Katie Osborn, Principal and Chief Designer of Via Collective and expert wayfinding strategist, took some time out of her busy schedule to connect with SWA’s Victoria Lanteigne on the importance of wayfinding and to debunk the myth that wayfinding is just signage!
Victoria Lanteigne (VL): Can you define wayfinding?
Katie Osborn (KO): At a basic level, wayfinding is utilizing tools and cues to help people navigate seamlessly from point A to point B. However, wayfinding strategies are complex and can include signage, maps, architectural features, lighting, floor patterns, customer service representatives, digital apps, and more. Proper wayfinding will enhance a visitor’s experience based on the sense of ease with which they can access all points, elements, and features of a space.
VL : What is the link between wayfinding and Universal Design?
KO: Universal Design aims to improve the built environment for all users. That is exactly what we are striving to do with wayfinding strategies. Successful wayfinding offers a wide range of options that are comfortable and intuitive for everyone. Furthermore, a huge element of wayfinding is personal choice in how you get to point B, which allows for a lot of flexibility – a key component of Universal Design.
VL: Why is wayfinding important for people with disabilities?
KO: Oftentimes people with disabilities experience an added level of anxiety or fear that they won’t be able to safely navigate their environment. Wayfinding is all about meeting users where they are at, rather than targeting the ‘average user’. Proper wayfinding enables people of varying abilities to connect with their own preferred way of navigating spaces, thus allowing them to feel more confident and comfortable – and, hopefully, enhance their user experience.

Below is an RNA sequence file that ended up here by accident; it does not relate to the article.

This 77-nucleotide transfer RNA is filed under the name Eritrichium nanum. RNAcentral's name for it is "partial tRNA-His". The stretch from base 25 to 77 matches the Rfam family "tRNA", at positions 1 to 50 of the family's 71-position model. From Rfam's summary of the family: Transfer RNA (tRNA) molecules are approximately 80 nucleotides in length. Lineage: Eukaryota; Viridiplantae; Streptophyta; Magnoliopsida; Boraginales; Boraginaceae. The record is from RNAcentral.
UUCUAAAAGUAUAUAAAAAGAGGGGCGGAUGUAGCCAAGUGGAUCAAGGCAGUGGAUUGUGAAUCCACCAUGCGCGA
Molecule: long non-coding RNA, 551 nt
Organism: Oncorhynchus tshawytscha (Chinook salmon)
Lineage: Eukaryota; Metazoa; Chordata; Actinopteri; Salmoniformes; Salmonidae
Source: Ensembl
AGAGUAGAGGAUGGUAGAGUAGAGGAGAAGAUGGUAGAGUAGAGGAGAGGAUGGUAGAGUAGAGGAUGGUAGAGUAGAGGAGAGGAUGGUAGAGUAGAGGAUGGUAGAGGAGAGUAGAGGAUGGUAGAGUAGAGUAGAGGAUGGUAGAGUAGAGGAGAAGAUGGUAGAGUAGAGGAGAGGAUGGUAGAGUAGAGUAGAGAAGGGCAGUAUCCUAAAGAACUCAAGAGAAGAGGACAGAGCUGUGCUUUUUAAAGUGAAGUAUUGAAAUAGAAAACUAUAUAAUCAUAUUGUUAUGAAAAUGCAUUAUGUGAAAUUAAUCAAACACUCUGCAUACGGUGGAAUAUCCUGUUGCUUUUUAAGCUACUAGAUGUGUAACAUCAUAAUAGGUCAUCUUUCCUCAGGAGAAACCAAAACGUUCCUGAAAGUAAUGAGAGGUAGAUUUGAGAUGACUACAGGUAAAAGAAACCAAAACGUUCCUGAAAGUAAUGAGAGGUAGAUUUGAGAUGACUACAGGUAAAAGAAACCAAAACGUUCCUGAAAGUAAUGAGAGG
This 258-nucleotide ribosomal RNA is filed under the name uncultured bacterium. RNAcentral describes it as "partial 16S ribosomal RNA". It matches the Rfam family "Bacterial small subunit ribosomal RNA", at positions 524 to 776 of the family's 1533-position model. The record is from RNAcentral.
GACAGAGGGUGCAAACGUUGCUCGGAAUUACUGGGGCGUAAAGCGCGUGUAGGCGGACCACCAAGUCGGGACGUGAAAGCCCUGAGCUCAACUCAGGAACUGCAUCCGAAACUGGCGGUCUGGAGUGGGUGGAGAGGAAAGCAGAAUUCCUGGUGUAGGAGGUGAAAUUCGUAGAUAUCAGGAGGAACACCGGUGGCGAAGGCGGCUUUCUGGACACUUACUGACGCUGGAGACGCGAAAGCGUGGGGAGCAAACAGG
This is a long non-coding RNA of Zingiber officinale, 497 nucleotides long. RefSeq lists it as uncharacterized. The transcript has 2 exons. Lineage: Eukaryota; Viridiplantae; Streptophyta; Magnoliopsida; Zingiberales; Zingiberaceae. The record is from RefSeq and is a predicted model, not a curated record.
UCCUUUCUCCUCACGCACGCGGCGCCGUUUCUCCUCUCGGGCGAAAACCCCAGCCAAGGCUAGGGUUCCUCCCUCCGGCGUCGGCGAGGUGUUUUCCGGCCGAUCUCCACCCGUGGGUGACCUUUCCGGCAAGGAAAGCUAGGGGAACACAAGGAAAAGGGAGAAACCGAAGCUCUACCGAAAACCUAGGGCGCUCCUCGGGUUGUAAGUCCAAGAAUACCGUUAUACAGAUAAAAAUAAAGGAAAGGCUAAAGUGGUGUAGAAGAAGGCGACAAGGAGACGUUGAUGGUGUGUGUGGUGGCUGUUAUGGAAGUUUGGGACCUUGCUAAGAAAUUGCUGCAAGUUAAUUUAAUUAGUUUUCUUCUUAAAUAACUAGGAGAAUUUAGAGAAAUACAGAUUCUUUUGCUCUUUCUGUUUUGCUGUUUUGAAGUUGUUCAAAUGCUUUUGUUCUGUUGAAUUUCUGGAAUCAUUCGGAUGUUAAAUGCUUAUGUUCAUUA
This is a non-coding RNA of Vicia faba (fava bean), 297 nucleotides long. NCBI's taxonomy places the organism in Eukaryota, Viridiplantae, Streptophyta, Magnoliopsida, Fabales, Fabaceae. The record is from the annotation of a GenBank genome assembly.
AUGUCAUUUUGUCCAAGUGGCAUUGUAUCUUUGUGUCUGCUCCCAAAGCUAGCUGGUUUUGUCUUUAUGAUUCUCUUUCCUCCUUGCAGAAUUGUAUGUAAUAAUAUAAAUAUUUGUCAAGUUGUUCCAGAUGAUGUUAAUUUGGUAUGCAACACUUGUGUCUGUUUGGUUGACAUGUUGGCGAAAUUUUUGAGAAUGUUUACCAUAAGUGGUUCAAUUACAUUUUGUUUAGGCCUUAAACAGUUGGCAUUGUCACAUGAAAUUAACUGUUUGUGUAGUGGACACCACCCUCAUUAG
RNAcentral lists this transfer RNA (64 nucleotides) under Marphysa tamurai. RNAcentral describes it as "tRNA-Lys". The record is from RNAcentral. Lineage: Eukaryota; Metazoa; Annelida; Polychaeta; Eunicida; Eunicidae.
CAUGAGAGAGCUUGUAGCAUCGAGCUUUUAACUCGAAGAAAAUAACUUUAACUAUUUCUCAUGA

VL: What is the best approach to incorporate wayfinding strategies into a project?
KO: Wayfinding needs to begin as early as possible, preferably in the schematic design stage. Often different groups own different parts of the process. For instance, facilities own the signs, marketing owns the customer experience, operations owns the database and IT owns the functionality of the technology. It takes a multidisciplinary approach so we need everyone on board: marketing, developers, architects, management, operations, IT departments, etc. We always say that the customer experience belongs to everyone!
VL: If you could tell architects one thing about wayfinding, what would it be?
KO: Well, sometimes architects are resistant to wayfinding because they don’t want to compromise the integrity of their design – I get that. But the fact of the matter is that architecture is a key element of wayfinding, such as proper lighting, open sightlines, vertical circulation paths, etc. The more intuitive your design, the less wayfinding you’ll need.
VL: How do you know when you’ve successfully incorporated a sufficient amount of wayfinding elements into a project?
KO: Well, [laughs] I always say if I did my job well; no one knows I did my job. Wayfinding should be seamless, easy, and usable without the user even realizing it.